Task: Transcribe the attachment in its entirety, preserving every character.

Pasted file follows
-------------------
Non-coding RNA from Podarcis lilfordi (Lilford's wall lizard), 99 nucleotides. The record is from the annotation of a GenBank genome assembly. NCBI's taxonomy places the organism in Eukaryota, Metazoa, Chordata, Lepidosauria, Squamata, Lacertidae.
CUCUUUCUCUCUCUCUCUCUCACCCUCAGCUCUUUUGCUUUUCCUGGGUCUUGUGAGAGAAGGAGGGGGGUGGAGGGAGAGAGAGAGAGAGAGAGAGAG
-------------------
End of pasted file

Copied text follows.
Non-coding RNA from Podarcis lilfordi (Lilford's wall lizard), 99 nucleotides. The record is from the annotation of a GenBank genome assembly. NCBI's taxonomy places the organism in Eukaryota, Metazoa, Chordata, Lepidosauria, Squamata, Lacertidae.
CUCUUUCUCUCUCUCUCUCUCACCCUCAGCUCUUUUGCUUUUCCUGGGUCUUGUGAGAGAAGGAGGGGGGUGGAGGGAGAGAGAGAGAGAGAGAGAGAG